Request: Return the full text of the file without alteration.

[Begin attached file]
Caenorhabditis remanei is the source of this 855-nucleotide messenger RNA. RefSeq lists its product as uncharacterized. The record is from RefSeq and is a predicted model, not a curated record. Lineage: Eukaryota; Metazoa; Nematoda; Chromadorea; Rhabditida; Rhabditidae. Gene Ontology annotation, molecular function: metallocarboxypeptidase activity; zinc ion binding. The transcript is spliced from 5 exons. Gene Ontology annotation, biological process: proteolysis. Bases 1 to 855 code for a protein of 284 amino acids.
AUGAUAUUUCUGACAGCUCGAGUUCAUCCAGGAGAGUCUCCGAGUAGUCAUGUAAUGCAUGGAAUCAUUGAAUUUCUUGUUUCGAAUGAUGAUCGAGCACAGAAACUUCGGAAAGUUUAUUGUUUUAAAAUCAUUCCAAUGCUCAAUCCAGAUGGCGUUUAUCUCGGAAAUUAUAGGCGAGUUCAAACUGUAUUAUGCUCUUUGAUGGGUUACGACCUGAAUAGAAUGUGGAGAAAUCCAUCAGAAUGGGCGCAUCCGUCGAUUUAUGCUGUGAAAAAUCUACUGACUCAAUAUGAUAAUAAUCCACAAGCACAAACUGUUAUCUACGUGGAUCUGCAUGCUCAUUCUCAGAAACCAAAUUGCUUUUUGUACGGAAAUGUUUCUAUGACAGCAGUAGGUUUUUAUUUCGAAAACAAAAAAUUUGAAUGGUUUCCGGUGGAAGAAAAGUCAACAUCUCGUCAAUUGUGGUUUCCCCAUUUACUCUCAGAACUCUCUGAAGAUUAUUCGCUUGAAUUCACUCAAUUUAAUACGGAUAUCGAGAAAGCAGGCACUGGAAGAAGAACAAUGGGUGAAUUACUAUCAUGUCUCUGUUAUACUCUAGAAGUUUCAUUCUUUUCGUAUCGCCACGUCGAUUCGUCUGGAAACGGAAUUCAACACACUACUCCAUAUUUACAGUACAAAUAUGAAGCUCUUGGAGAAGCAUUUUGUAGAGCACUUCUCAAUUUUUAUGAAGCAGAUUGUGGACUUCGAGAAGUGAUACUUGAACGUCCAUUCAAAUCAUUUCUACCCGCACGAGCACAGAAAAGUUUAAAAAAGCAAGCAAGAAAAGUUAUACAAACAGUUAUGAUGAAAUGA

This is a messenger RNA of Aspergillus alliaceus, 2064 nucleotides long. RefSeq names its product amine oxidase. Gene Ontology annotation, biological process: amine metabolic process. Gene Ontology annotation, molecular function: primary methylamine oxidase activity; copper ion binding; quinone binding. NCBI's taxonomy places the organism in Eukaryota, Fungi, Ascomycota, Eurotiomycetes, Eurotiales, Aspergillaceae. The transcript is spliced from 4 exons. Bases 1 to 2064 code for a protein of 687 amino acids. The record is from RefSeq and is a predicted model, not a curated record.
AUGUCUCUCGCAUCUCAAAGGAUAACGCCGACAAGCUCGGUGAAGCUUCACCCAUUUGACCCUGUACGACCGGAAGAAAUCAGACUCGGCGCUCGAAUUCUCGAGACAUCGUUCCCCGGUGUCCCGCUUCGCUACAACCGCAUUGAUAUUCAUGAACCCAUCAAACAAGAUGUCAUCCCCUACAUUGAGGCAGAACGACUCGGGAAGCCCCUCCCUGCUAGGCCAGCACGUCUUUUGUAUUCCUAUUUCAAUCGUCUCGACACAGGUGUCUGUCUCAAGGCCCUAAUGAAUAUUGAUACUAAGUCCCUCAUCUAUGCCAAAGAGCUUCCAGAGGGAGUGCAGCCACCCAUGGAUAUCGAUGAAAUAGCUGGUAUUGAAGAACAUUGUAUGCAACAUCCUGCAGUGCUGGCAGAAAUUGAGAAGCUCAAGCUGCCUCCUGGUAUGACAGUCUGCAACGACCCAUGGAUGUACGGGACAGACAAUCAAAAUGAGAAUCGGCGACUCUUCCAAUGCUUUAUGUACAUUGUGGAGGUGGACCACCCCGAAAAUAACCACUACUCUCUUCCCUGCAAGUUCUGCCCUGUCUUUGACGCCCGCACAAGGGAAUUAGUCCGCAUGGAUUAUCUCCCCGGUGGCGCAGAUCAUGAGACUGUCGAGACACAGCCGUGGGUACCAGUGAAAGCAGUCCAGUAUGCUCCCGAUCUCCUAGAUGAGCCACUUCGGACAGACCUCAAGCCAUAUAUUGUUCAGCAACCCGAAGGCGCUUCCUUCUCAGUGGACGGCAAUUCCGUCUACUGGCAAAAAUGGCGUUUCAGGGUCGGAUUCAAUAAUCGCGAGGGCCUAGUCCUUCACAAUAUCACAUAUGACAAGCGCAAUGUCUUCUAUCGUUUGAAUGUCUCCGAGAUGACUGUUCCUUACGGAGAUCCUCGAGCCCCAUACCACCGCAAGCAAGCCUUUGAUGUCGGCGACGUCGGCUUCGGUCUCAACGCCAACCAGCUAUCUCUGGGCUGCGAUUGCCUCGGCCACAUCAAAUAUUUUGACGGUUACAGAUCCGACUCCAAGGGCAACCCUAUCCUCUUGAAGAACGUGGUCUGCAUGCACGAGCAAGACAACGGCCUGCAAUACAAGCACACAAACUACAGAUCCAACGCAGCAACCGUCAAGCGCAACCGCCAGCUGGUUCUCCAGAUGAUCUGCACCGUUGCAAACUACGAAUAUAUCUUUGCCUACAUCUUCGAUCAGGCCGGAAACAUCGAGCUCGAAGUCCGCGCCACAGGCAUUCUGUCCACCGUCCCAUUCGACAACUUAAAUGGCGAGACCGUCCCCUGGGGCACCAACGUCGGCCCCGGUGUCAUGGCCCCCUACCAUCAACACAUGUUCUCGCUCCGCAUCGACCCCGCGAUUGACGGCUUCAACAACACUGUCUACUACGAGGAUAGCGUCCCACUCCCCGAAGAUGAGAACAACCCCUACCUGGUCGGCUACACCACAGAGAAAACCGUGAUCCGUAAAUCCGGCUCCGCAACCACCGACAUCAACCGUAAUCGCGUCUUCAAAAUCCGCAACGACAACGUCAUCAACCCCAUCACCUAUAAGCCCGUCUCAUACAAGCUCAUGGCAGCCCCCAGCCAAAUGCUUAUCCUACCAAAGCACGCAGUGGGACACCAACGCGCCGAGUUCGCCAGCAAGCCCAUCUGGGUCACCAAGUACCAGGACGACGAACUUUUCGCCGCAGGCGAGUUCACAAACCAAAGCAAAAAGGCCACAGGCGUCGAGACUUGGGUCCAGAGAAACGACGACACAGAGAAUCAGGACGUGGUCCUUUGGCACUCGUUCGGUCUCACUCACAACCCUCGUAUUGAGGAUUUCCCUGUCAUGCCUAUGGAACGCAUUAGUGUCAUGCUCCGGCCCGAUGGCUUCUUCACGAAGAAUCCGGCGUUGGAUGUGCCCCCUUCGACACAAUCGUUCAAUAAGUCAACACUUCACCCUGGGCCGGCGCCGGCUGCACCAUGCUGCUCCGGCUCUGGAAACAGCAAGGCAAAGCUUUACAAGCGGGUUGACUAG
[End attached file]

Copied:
Caenorhabditis remanei is the source of this 855-nucleotide messenger RNA. RefSeq lists its product as uncharacterized. The record is from RefSeq and is a predicted model, not a curated record. Lineage: Eukaryota; Metazoa; Nematoda; Chromadorea; Rhabditida; Rhabditidae. Gene Ontology annotation, molecular function: metallocarboxypeptidase activity; zinc ion binding. The transcript is spliced from 5 exons. Gene Ontology annotation, biological process: proteolysis. Bases 1 to 855 code for a protein of 284 amino acids.
AUGAUAUUUCUGACAGCUCGAGUUCAUCCAGGAGAGUCUCCGAGUAGUCAUGUAAUGCAUGGAAUCAUUGAAUUUCUUGUUUCGAAUGAUGAUCGAGCACAGAAACUUCGGAAAGUUUAUUGUUUUAAAAUCAUUCCAAUGCUCAAUCCAGAUGGCGUUUAUCUCGGAAAUUAUAGGCGAGUUCAAACUGUAUUAUGCUCUUUGAUGGGUUACGACCUGAAUAGAAUGUGGAGAAAUCCAUCAGAAUGGGCGCAUCCGUCGAUUUAUGCUGUGAAAAAUCUACUGACUCAAUAUGAUAAUAAUCCACAAGCACAAACUGUUAUCUACGUGGAUCUGCAUGCUCAUUCUCAGAAACCAAAUUGCUUUUUGUACGGAAAUGUUUCUAUGACAGCAGUAGGUUUUUAUUUCGAAAACAAAAAAUUUGAAUGGUUUCCGGUGGAAGAAAAGUCAACAUCUCGUCAAUUGUGGUUUCCCCAUUUACUCUCAGAACUCUCUGAAGAUUAUUCGCUUGAAUUCACUCAAUUUAAUACGGAUAUCGAGAAAGCAGGCACUGGAAGAAGAACAAUGGGUGAAUUACUAUCAUGUCUCUGUUAUACUCUAGAAGUUUCAUUCUUUUCGUAUCGCCACGUCGAUUCGUCUGGAAACGGAAUUCAACACACUACUCCAUAUUUACAGUACAAAUAUGAAGCUCUUGGAGAAGCAUUUUGUAGAGCACUUCUCAAUUUUUAUGAAGCAGAUUGUGGACUUCGAGAAGUGAUACUUGAACGUCCAUUCAAAUCAUUUCUACCCGCACGAGCACAGAAAAGUUUAAAAAAGCAAGCAAGAAAAGUUAUACAAACAGUUAUGAUGAAAUGA

This is a messenger RNA of Aspergillus alliaceus, 2064 nucleotides long. RefSeq names its product amine oxidase. Gene Ontology annotation, biological process: amine metabolic process. Gene Ontology annotation, molecular function: primary methylamine oxidase activity; copper ion binding; quinone binding. NCBI's taxonomy places the organism in Eukaryota, Fungi, Ascomycota, Eurotiomycetes, Eurotiales, Aspergillaceae. The transcript is spliced from 4 exons. Bases 1 to 2064 code for a protein of 687 amino acids. The record is from RefSeq and is a predicted model, not a curated record.
AUGUCUCUCGCAUCUCAAAGGAUAACGCCGACAAGCUCGGUGAAGCUUCACCCAUUUGACCCUGUACGACCGGAAGAAAUCAGACUCGGCGCUCGAAUUCUCGAGACAUCGUUCCCCGGUGUCCCGCUUCGCUACAACCGCAUUGAUAUUCAUGAACCCAUCAAACAAGAUGUCAUCCCCUACAUUGAGGCAGAACGACUCGGGAAGCCCCUCCCUGCUAGGCCAGCACGUCUUUUGUAUUCCUAUUUCAAUCGUCUCGACACAGGUGUCUGUCUCAAGGCCCUAAUGAAUAUUGAUACUAAGUCCCUCAUCUAUGCCAAAGAGCUUCCAGAGGGAGUGCAGCCACCCAUGGAUAUCGAUGAAAUAGCUGGUAUUGAAGAACAUUGUAUGCAACAUCCUGCAGUGCUGGCAGAAAUUGAGAAGCUCAAGCUGCCUCCUGGUAUGACAGUCUGCAACGACCCAUGGAUGUACGGGACAGACAAUCAAAAUGAGAAUCGGCGACUCUUCCAAUGCUUUAUGUACAUUGUGGAGGUGGACCACCCCGAAAAUAACCACUACUCUCUUCCCUGCAAGUUCUGCCCUGUCUUUGACGCCCGCACAAGGGAAUUAGUCCGCAUGGAUUAUCUCCCCGGUGGCGCAGAUCAUGAGACUGUCGAGACACAGCCGUGGGUACCAGUGAAAGCAGUCCAGUAUGCUCCCGAUCUCCUAGAUGAGCCACUUCGGACAGACCUCAAGCCAUAUAUUGUUCAGCAACCCGAAGGCGCUUCCUUCUCAGUGGACGGCAAUUCCGUCUACUGGCAAAAAUGGCGUUUCAGGGUCGGAUUCAAUAAUCGCGAGGGCCUAGUCCUUCACAAUAUCACAUAUGACAAGCGCAAUGUCUUCUAUCGUUUGAAUGUCUCCGAGAUGACUGUUCCUUACGGAGAUCCUCGAGCCCCAUACCACCGCAAGCAAGCCUUUGAUGUCGGCGACGUCGGCUUCGGUCUCAACGCCAACCAGCUAUCUCUGGGCUGCGAUUGCCUCGGCCACAUCAAAUAUUUUGACGGUUACAGAUCCGACUCCAAGGGCAACCCUAUCCUCUUGAAGAACGUGGUCUGCAUGCACGAGCAAGACAACGGCCUGCAAUACAAGCACACAAACUACAGAUCCAACGCAGCAACCGUCAAGCGCAACCGCCAGCUGGUUCUCCAGAUGAUCUGCACCGUUGCAAACUACGAAUAUAUCUUUGCCUACAUCUUCGAUCAGGCCGGAAACAUCGAGCUCGAAGUCCGCGCCACAGGCAUUCUGUCCACCGUCCCAUUCGACAACUUAAAUGGCGAGACCGUCCCCUGGGGCACCAACGUCGGCCCCGGUGUCAUGGCCCCCUACCAUCAACACAUGUUCUCGCUCCGCAUCGACCCCGCGAUUGACGGCUUCAACAACACUGUCUACUACGAGGAUAGCGUCCCACUCCCCGAAGAUGAGAACAACCCCUACCUGGUCGGCUACACCACAGAGAAAACCGUGAUCCGUAAAUCCGGCUCCGCAACCACCGACAUCAACCGUAAUCGCGUCUUCAAAAUCCGCAACGACAACGUCAUCAACCCCAUCACCUAUAAGCCCGUCUCAUACAAGCUCAUGGCAGCCCCCAGCCAAAUGCUUAUCCUACCAAAGCACGCAGUGGGACACCAACGCGCCGAGUUCGCCAGCAAGCCCAUCUGGGUCACCAAGUACCAGGACGACGAACUUUUCGCCGCAGGCGAGUUCACAAACCAAAGCAAAAAGGCCACAGGCGUCGAGACUUGGGUCCAGAGAAACGACGACACAGAGAAUCAGGACGUGGUCCUUUGGCACUCGUUCGGUCUCACUCACAACCCUCGUAUUGAGGAUUUCCCUGUCAUGCCUAUGGAACGCAUUAGUGUCAUGCUCCGGCCCGAUGGCUUCUUCACGAAGAAUCCGGCGUUGGAUGUGCCCCCUUCGACACAAUCGUUCAAUAAGUCAACACUUCACCCUGGGCCGGCGCCGGCUGCACCAUGCUGCUCCGGCUCUGGAAACAGCAAGGCAAAGCUUUACAAGCGGGUUGACUAG